The problem with those cheap AR’s isn’t that they won’t survive the 30 rounds or less a CONUS AR might see actual use, but rather that they cannot hold up to the number of rounds necessary for someone serious about their use to become proficient.

    Speaking of, if I recall correctly two of the guns in the Lucky Gunner test had barrels which where loose and not torqued to spec ?

    This is intersteing as a year or two ago, Windham released a promo video of two of their assemblers on the production floor which attracted some negative attention. One assembler was using a torque wrench to to torque the barrel nuts to proper spec and the other guy was just winging it. It reminded me of the inmate cooks at the jail “if it looks done, it’s done.” That’s how you get pink chicken, loose bowels and crappy AR’s with loose barrel nuts.

  3. #23
    The Kalashnikov Whisperer Casual Friday's Avatar
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    To me there's no real difference in this test and the many other torture tests that get done on youtube and blogs. Small sample sizes in less than realistic environments.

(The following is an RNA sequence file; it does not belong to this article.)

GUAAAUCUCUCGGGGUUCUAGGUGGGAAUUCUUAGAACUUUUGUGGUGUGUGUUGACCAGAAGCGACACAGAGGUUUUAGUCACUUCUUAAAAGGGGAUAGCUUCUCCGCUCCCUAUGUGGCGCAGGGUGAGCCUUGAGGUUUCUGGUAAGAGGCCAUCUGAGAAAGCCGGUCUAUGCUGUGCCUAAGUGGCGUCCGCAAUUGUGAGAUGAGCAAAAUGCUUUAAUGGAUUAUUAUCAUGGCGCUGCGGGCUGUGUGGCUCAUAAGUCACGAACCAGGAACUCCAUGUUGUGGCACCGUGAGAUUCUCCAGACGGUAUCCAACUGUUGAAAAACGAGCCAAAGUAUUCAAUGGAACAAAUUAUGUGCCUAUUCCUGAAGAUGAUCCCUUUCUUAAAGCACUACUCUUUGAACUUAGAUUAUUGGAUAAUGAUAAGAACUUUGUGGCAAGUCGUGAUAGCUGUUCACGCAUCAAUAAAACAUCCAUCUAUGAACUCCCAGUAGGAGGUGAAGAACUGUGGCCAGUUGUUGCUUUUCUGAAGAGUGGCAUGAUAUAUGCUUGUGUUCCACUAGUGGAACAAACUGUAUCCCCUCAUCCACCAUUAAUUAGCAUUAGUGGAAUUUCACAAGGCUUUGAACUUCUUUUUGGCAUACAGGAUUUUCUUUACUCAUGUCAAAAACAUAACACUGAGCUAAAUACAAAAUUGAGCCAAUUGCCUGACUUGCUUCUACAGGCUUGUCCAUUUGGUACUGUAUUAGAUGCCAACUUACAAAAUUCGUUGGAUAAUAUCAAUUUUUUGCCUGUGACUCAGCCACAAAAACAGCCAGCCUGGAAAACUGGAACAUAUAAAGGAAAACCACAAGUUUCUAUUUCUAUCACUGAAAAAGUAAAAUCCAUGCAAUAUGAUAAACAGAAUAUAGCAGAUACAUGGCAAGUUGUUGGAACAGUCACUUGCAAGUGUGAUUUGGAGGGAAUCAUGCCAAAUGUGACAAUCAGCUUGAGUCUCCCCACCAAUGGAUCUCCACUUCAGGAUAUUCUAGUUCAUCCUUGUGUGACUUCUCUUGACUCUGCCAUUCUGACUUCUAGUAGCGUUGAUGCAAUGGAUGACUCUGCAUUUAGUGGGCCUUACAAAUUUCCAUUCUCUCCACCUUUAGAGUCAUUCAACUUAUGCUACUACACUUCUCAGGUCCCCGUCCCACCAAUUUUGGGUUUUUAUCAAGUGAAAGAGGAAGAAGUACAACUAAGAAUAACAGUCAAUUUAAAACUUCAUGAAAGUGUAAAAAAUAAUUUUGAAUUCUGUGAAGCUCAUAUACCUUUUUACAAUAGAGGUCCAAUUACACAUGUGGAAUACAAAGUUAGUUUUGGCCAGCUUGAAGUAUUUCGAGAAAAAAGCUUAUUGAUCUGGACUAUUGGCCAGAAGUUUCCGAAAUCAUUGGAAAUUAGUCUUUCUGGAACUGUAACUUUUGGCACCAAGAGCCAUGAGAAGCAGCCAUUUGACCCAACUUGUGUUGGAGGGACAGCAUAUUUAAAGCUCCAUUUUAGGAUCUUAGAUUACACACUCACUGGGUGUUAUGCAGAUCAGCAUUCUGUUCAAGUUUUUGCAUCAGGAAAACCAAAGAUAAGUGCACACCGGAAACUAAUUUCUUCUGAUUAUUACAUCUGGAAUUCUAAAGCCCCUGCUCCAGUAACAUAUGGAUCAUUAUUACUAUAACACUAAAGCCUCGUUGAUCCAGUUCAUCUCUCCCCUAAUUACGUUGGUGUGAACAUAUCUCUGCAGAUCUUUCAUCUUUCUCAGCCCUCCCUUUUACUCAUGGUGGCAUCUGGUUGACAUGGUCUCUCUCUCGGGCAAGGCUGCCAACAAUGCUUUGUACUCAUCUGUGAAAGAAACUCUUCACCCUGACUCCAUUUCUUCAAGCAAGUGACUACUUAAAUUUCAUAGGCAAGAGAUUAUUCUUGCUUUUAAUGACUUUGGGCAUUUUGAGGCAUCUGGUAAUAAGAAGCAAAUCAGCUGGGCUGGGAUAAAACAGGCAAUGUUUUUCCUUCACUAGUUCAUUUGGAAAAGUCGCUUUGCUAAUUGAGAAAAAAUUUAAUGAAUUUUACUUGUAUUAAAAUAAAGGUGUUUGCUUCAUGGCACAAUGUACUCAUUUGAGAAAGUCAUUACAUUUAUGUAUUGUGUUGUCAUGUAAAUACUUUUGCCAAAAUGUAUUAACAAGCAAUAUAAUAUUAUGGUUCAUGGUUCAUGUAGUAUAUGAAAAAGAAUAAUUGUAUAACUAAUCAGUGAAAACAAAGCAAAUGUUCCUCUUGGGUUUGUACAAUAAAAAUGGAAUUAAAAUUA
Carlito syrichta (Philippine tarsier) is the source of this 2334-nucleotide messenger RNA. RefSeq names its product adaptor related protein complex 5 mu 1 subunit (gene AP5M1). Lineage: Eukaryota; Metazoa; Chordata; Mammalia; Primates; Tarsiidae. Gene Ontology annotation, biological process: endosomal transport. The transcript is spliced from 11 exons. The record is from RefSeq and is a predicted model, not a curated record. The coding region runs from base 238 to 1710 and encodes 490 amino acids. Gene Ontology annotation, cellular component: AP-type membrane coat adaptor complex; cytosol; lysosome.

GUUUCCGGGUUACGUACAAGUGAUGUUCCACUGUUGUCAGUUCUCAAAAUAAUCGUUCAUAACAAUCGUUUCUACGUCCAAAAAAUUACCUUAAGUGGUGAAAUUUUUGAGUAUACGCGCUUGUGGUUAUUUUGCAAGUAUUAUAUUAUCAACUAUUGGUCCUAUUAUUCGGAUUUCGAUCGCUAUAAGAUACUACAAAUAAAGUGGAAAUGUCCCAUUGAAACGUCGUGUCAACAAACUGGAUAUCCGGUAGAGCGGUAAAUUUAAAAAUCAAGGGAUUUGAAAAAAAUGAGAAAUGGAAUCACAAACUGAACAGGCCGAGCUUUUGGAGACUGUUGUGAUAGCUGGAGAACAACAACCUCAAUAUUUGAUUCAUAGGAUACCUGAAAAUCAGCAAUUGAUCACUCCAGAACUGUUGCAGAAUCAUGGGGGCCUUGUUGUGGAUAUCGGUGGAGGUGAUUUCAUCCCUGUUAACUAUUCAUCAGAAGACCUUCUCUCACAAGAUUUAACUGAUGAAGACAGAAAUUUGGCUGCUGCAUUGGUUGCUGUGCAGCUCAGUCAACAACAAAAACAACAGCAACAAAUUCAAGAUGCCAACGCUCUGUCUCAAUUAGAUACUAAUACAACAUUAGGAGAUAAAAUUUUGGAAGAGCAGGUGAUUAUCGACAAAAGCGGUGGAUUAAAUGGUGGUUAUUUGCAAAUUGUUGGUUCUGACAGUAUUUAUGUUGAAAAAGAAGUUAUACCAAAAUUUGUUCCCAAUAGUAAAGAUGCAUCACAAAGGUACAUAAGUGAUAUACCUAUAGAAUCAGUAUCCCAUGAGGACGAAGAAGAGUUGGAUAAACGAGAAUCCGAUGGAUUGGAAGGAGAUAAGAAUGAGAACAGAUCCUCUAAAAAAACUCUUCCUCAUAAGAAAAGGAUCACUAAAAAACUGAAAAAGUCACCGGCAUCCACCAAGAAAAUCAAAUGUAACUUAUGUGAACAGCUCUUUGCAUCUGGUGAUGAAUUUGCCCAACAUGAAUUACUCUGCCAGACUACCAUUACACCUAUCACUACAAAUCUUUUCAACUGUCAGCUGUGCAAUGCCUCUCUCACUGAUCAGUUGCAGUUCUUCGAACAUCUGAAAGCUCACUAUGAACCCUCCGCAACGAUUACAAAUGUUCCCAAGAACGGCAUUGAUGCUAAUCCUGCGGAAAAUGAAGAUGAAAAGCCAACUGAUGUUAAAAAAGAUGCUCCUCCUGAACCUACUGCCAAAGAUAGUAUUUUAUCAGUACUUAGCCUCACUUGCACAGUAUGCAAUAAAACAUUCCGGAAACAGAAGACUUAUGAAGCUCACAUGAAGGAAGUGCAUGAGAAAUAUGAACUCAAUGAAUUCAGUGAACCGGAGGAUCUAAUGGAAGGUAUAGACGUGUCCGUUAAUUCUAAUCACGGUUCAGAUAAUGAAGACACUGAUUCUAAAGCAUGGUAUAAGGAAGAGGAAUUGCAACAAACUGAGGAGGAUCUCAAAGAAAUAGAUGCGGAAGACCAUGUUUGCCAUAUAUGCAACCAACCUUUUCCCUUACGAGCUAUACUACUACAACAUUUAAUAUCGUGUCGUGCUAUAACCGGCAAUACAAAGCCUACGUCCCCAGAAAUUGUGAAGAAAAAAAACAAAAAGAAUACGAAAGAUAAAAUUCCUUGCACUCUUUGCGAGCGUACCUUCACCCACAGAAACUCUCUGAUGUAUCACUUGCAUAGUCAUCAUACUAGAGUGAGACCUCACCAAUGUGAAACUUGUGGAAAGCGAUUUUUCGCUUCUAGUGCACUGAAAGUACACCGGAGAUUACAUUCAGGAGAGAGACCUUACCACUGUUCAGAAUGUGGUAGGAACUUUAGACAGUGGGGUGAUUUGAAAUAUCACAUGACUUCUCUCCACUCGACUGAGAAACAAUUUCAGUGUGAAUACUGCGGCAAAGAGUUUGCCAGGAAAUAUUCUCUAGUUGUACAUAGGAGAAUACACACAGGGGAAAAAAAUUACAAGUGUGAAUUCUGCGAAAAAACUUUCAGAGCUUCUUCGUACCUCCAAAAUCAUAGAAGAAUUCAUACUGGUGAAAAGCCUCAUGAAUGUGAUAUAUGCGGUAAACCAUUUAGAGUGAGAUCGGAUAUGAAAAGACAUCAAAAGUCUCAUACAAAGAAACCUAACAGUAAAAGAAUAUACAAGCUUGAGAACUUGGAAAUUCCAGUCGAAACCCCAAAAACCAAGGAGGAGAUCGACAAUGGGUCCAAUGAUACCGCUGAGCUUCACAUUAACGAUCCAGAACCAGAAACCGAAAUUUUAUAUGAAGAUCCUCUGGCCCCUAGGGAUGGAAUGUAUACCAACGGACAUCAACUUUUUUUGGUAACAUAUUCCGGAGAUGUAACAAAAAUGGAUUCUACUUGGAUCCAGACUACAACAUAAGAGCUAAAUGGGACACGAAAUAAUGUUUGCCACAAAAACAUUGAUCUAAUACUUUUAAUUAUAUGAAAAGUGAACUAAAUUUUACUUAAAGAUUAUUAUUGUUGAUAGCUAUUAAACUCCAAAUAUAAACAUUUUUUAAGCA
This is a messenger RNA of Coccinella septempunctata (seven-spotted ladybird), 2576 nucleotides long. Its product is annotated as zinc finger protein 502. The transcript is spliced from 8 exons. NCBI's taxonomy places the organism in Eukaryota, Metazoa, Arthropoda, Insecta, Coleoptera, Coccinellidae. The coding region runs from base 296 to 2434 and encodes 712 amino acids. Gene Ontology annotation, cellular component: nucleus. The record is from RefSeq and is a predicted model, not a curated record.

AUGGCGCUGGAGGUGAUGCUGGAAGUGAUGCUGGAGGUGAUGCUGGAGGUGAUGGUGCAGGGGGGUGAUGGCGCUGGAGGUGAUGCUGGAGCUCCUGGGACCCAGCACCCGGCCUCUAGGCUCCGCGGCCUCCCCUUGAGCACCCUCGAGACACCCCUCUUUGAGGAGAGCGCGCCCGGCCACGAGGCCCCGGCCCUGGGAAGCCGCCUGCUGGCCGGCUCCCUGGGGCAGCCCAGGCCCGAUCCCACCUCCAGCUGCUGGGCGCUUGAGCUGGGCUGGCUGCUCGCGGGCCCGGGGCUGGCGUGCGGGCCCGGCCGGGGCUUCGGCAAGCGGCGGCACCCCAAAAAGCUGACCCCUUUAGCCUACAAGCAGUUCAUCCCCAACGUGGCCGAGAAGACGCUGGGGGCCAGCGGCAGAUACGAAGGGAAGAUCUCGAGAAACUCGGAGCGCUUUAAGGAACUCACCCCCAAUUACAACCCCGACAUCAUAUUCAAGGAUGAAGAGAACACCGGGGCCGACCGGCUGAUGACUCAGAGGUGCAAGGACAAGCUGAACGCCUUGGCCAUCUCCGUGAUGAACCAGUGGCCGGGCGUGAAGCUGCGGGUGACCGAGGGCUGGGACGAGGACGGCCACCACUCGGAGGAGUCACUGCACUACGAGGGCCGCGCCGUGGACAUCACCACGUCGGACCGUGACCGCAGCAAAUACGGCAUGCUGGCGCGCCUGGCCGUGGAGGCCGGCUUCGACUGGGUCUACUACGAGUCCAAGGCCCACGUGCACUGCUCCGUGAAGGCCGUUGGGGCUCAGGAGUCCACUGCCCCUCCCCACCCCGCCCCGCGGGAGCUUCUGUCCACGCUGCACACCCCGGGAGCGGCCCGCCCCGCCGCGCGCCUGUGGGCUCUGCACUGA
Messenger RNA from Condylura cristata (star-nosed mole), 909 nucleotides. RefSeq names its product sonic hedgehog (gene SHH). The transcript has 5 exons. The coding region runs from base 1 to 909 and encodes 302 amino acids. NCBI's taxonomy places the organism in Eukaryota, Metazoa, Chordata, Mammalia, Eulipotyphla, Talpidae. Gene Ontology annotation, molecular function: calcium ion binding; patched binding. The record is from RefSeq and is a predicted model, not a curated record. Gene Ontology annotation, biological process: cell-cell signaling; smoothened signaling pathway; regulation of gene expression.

4. #24
    Quote Originally Posted by Casual Friday View Post
    To me there's no real difference in this test and the many other torture tests that get done on youtube and blogs. Small sample sizes in less than realistic environments.
    I disagree. There were more relevant aspects of performance measured, and more care was put into the test. I see people's point for those who broke it down. I get that it's a cheap rifle, and they shot fast. I see that point. However, I think they did a solid job keeping things standardized as well as anyone here would. I don't see someone buying 4 DD M4's or 4 BCM rifles. They bought 4 rifles that are readily available. I don't think the results will be applicable across every single rifle/barrel out there. But I do believe the test did a solid job showing what prolonged steel use will do to these rifles. I think the results are very easy to understand and the depth of data collected was solid.